iBird pro

Hobbyists and ecological monitoring intersect with iBird, a for-purchase mobile app available to Android and iPhone users. iBird was created by Mitch Waite in 2008 as a tool for bird-watching hobbyists to use as a field guide, available as a free trial version and for purchase. The app contains information on 940 bird species, allowing users to see what local bird species were in their local proximity. iBird can also be used to identify birds based on 34 different identifiers that a user can enter on the app, like distinct colouring, sound, or the surrounding habitat. iBird is a part of the American Ornithological Union, which basically ensures that the quality of their datasets reflects current data. iBird is almost exclusively used for identifying bird species within continental North America, though in 2019 they added datasets on birds in the United Kingdom, Ireland, and Hawaii, and the island nation of Palau. There is also a new feature that allows a user to identify a bird via sound using artificial intelligence, which can be done entirely offline—helpful for bird enthusiasts in remote habitats. Though a nifty tool for hobbyists, the datasets that serve as the foundation for the app are isolated to the Global North and jurisdictions that, due to an elevated socio-economic global standing, have decades of ornithological research to build their datasets and market the information towards hobbyists. While monitoring and valuing all species of birds is incredibly important, information on birds in the Global South, which includes states like Ecuador and Brazil that have some of the highest amounts of worldwide biodiversity, needs to be collected and monitored with the same rigour.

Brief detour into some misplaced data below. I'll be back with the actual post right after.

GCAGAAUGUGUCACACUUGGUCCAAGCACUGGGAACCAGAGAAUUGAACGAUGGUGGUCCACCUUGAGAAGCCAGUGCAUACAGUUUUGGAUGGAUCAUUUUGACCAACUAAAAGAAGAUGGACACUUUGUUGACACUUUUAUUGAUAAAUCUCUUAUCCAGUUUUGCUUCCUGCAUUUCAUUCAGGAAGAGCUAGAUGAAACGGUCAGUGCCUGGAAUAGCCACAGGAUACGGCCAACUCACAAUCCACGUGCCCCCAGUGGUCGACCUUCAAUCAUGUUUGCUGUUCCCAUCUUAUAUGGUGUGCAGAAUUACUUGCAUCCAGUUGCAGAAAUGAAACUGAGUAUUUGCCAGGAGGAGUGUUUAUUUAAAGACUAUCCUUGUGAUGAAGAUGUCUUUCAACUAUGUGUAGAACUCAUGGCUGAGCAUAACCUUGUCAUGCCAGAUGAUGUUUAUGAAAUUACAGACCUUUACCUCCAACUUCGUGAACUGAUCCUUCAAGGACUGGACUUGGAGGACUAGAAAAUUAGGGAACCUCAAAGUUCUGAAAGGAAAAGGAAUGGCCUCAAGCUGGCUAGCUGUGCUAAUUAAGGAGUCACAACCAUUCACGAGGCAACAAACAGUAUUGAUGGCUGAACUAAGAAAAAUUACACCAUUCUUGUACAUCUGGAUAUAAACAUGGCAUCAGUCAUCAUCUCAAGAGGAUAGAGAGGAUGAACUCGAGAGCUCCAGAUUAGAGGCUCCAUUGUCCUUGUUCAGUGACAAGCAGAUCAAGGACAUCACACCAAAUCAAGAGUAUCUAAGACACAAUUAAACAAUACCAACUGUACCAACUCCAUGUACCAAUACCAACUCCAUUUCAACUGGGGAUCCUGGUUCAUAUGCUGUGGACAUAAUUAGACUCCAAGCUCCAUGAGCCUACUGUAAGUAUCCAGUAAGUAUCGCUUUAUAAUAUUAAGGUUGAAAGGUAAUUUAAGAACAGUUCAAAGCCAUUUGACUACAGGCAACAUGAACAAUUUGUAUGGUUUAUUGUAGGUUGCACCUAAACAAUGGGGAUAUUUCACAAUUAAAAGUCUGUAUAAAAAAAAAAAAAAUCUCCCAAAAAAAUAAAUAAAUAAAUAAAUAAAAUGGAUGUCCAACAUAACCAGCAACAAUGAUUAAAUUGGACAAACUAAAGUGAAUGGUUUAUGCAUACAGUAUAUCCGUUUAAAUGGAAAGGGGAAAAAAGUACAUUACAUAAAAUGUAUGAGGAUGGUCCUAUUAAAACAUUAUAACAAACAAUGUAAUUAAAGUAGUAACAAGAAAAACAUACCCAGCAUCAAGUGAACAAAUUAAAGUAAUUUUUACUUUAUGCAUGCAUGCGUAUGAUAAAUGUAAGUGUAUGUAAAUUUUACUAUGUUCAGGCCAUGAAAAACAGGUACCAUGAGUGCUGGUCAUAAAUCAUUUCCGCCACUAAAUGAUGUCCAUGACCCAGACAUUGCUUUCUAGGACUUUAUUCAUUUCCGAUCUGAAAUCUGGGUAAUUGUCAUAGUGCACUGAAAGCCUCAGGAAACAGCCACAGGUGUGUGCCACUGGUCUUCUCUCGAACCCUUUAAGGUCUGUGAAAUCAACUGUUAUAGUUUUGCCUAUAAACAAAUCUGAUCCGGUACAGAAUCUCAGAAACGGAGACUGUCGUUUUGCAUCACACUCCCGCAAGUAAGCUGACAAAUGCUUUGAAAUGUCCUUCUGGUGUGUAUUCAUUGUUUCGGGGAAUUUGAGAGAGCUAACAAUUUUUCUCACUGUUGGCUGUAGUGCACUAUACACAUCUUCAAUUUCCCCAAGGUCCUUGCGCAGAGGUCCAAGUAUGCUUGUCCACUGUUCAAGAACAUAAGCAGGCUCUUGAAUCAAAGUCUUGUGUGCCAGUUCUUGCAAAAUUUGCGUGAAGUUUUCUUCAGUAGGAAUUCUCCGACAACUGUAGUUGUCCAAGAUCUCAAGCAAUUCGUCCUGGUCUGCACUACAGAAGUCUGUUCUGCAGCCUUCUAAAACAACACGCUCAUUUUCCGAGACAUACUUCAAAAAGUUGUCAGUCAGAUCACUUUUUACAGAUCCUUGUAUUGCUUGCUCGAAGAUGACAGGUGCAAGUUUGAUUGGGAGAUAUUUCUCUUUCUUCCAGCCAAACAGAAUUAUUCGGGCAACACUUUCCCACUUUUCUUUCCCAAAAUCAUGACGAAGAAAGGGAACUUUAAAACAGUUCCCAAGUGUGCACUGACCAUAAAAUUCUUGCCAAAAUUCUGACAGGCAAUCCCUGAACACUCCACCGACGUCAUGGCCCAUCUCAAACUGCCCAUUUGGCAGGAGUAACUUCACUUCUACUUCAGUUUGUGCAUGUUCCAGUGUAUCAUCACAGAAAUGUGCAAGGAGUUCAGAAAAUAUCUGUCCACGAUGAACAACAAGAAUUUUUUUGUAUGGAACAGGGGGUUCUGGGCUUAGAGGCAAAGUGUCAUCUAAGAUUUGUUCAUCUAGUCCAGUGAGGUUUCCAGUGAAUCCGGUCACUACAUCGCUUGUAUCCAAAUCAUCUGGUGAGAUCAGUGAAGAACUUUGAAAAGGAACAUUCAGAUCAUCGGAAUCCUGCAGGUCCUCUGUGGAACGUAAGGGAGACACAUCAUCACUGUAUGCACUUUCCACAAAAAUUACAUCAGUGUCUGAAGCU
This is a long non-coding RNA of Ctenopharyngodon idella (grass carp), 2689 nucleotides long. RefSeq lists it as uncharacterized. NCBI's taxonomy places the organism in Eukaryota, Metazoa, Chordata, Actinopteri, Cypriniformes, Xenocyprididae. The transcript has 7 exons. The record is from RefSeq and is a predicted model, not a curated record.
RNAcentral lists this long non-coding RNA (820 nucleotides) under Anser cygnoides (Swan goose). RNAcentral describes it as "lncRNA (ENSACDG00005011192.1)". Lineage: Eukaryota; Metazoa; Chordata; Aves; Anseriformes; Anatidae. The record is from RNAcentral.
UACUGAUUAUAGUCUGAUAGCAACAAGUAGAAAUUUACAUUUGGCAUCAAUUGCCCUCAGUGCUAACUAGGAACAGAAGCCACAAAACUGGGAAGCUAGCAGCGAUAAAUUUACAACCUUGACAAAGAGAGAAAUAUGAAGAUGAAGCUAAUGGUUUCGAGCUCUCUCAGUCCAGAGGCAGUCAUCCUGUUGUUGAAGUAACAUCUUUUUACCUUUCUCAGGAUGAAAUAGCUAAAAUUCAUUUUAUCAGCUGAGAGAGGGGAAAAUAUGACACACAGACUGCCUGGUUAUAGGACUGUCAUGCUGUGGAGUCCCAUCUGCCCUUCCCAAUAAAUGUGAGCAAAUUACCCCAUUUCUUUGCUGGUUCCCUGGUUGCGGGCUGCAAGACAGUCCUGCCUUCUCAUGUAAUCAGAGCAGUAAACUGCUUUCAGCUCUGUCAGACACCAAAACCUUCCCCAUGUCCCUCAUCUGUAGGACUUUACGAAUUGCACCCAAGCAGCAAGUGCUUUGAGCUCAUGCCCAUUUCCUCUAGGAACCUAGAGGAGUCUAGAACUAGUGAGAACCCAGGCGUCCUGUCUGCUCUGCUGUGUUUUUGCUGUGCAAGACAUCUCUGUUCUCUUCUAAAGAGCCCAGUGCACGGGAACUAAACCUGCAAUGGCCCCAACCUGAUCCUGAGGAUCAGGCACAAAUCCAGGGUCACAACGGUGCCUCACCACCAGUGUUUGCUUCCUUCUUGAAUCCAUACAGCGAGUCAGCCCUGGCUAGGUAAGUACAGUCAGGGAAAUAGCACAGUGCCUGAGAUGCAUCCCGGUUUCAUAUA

Biodiversity, Citizen Science, Data, Ecological Monitoring